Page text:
Common Sense on Standards: Freeing Teachers to Be Teachers

Jan 01, 2015 | Posted by Andrew Pudewa

by Andrew Pudewa

The idea of standards in education is not new. Since the first Nation’s Report Card in 1969, schools, districts, states, and publishers have been adopting criteria for what should be taught at various grade levels. Like good social planners, the curriculum experts have reverse-engineered their syllabi to determine what should be learned during each year of school in order to accomplish college and career readiness. With the apparent shortcomings of local and state standards, a new universal or “common” standards initiative has arisen, creating what may be both an opportunity and a burden for schools.

In some places, California for example, many teachers welcome the new standards as being less onerous than the extant state standards which seemed both voluminous and impractical. Conversely, we hear teachers elsewhere expressing great concern about changes in curricula that the new standards are precipitating. Additionally, there are many who categorically object to any increased centralized control of education because they perceive dangers in a “national” curriculum. The debate spans both practical and political concerns. However, the real challenge for teachers is much more fundamental.

At its core, teaching is about students, not stuff. To the degree that standards and materials support teachers in meeting the immediate needs of students, they are a great blessing, providing guides and tools, but if the material that must be taught is inappropriate to the students being taught, frustration and failure will be the inevitable result. To assume that every group of fourth graders—simply by merit of being approximately the same age—should be taught the same thing in the same way at the same speed is a disaster in the making. Every good teacher knows this.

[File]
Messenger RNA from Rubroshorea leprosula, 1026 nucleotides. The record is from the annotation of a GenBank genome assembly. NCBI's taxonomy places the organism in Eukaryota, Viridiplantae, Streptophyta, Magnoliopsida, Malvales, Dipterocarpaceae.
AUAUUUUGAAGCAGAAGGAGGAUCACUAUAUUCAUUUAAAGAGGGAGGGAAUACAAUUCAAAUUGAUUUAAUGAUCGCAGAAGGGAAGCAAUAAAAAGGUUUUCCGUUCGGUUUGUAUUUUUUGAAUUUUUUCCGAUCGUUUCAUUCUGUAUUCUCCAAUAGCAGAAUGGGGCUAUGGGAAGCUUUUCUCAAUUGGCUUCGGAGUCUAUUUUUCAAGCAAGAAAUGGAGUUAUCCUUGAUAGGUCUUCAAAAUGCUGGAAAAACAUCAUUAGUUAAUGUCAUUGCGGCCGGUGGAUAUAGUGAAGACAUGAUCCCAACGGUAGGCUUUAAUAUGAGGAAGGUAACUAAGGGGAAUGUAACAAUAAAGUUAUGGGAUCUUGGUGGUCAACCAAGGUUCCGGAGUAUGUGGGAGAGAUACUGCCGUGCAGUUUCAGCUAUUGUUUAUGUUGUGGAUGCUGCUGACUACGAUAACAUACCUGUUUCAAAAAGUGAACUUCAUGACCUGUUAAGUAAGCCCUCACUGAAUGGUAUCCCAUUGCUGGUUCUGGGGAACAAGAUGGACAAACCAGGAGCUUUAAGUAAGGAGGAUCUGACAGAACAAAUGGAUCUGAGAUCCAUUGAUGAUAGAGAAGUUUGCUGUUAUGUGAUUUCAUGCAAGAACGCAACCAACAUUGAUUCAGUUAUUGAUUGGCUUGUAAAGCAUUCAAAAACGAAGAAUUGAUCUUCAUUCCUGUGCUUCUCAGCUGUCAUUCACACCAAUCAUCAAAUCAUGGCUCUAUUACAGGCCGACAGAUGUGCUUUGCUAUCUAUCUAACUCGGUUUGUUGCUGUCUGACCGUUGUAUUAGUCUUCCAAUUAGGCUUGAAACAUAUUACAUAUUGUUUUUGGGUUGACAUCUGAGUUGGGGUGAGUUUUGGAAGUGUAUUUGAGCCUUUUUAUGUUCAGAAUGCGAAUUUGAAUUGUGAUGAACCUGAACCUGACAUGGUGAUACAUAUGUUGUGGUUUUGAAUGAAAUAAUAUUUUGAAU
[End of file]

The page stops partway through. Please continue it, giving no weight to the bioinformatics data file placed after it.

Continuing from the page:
In his Paideia Proposal, Mortimer Adler noted that in education we are tasked with teaching in three areas—interdependent but distinct—facts, concepts, and skills. Because these three are learned differently, they must be taught differently. While facts can be memorized and regurgitated, concepts must be discussed and developed. Facts are finite; concepts are infinite. We tend to teach these by texts and by talking, with varied levels of success. Skills, however, require coached practice; they can be developed neither by memorization nor discussion. Learning a skill requires practice—doing—and learning along a pathway. A student cannot be expected to play a Bach minuet before learning a simple scale.